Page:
With Western Australia having one of the largest technically recoverable shale gas reserves in the world in its Canning and Perth basins, it is no wonder that unconventional petroleum exploration in WA is gathering pace and attracting investment from international oil companies.
But the logistical hurdles of bringing the petroleum to market, and the relatively high cost of labour and the extraction of the resources, mean that it may be a while yet before we catch up with our South Australian neighbours and see first production. Nevertheless, regulators in WA are cognisant that they must strike a balance between fostering the burgeoning unconventional petroleum industry and addressing concerns that exist in relation to the environmental impacts of unconventional petroleum exploration and production, in particular the effects of hydraulic fracturing (or ‘fracking’). Against this background, this bulletin seeks to outline the current regulatory framework for unconventional petroleum exploration and production in WA and some of the recent developments in this space.
For an interesting insight into the shale gas revolution in Australia and the financing of this revolution, please refer to our recent Thinking piece, available via this link.
The Department of Mines and Petroleum (DMP) administers onshore petroleum and geothermal activities in WA. Onshore petroleum activities are regulated under various sources of legislation, such as the Petroleum and Geothermal Energy Resources Act 1967 (WA), which regulates the entire petroleum spectrum from exploration to abandonment, and the associated Schedule of Onshore Exploration and Production Requirements 1991(Schedule), which contains many provisions that are generally found in regulations, such as, drilling, regulation of production and reporting requirements. Onshore petroleum activities must also comply with legislation relating to public health, the environment and water resources, such as the Environmental Protection Act 1986 (Cth), which is administered by the Environmental Protection Authority (EPA) and the Department of Environment and Conservation.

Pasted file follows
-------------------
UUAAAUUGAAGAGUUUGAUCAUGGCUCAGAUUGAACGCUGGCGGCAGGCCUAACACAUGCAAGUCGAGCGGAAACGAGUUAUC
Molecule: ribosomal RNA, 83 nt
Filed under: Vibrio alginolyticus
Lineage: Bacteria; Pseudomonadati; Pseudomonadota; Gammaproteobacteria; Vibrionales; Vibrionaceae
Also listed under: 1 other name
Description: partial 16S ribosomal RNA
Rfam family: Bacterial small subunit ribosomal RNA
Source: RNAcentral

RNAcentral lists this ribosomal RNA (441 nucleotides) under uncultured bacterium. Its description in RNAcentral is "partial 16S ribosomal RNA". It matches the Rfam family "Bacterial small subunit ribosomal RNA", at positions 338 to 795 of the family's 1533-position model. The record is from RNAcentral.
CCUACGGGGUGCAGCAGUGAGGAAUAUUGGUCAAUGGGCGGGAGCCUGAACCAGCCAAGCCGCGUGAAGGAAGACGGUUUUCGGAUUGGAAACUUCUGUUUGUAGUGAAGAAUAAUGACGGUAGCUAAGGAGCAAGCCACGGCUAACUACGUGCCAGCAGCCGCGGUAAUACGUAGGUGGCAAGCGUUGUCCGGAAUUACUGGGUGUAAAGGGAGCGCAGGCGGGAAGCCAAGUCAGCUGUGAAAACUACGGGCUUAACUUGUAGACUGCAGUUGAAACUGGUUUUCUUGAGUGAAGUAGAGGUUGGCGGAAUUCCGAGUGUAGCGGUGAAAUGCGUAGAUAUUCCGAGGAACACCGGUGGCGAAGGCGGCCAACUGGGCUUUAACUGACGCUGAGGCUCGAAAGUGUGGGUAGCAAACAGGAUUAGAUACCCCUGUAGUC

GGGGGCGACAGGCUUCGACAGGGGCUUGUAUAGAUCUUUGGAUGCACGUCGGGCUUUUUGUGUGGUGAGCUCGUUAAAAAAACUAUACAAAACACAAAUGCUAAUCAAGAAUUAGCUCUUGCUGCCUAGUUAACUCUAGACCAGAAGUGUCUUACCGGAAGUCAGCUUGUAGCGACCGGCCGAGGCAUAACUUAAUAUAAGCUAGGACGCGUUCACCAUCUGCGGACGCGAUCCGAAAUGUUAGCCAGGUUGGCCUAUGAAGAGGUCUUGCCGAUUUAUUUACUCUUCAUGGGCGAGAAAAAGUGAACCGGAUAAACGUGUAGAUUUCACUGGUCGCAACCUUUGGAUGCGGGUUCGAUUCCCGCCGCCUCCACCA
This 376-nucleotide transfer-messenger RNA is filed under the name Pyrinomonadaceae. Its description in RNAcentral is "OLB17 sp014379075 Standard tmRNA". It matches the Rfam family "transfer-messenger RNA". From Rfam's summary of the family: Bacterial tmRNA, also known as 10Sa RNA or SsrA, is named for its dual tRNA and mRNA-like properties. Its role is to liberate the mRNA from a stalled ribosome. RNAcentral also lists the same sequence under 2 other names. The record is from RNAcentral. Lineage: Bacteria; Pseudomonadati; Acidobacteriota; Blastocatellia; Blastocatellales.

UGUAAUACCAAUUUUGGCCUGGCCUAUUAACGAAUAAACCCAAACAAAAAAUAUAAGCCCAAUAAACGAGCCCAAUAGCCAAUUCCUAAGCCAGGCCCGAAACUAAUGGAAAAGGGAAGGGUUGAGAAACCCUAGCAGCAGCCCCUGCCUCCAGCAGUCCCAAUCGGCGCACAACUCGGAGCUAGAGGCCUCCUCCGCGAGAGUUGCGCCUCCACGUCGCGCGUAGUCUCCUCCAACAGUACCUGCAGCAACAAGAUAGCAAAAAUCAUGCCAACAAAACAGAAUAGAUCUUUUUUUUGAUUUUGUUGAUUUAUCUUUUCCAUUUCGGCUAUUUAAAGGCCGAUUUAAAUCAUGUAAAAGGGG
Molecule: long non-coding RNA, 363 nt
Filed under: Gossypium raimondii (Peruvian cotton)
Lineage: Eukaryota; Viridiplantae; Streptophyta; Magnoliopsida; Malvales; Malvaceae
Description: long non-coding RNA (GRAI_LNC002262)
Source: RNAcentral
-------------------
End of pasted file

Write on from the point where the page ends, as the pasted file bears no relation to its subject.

The DMP is responsible for assessing and approving all drilling and fracking operations. Parties intending to carry out such activities need to submit a number of applications to the DMP, including:
In order to approve a fracking operation, the DMP requires detailed information to be submitted, including, the scale of the program; distances from nearest aquifer(s); all chemical additives used; volumes, management and disposal of water; integrity of well casings; fracture modelling and monitoring of fracking; and long term monitoring to determine whether chemical contamination is an issue.
Potential environmental impacts identified for fracking projects are assessed within the DMP’s regulatory framework in the first instance. The DMP will refer a proposal to the EPA in certain circumstances, such as if the proposal is likely to impact a water resource area.
The EPA will determine whether to assess fracking related projects on a case-by-case basis by deciding whether the project will have a significant effect on the environment.
The WA Government has stated its commitment to a regulatory regime that ensures responsible development of the unconventional petroleum industry, while protecting the environment, groundwater resources and public health. Recognising that the current regulatory framework in WA needs to be amended and augmented to accommodate the up-tick in unconventional petroleum exploration in WA, the Government has instigated three main initiatives that aim to ensure that WA’s regulatory framework meets global best practice.
The Government’s first initiative was to commission Dr Tina Hunter to conduct an independent review of the regulatory framework for unconventional petroleum activities in WA in 2011 (available via this link (Report)). The Report made 15 recommendations for changes to the current regulatory framework, the most important of which arguably being that the regulatory processes should be strengthened and that legal enforceability needed to be improved through developing new environmental and resource management regulations. In response to the Report, the DMP has begun the implementation of a reform package, the key legislative amendments of which will serve to:
The DMP will also be reviewing its policies, procedures, guidelines and activities to improve community consultation by industry participants, target compliance with auditing plans and improve consultation agreements with other government agencies.
The DMP begun the first part of this reform process in January 2012, when it released draft environmental regulations under which all environment management plans submitted to the DMP must be publicly disclosed. In addition, the DMP amended its guidelines for The Preparation and Submission of an Environment Plan (Guidelines). Following a period of stakeholder consultation, the draft environmental regulations were finalised and the new Petroleum and Geothermal Energy Resources (Environment) Regulations 2012 (WA) (Environmental Regulations) took effect from 29 August 2012.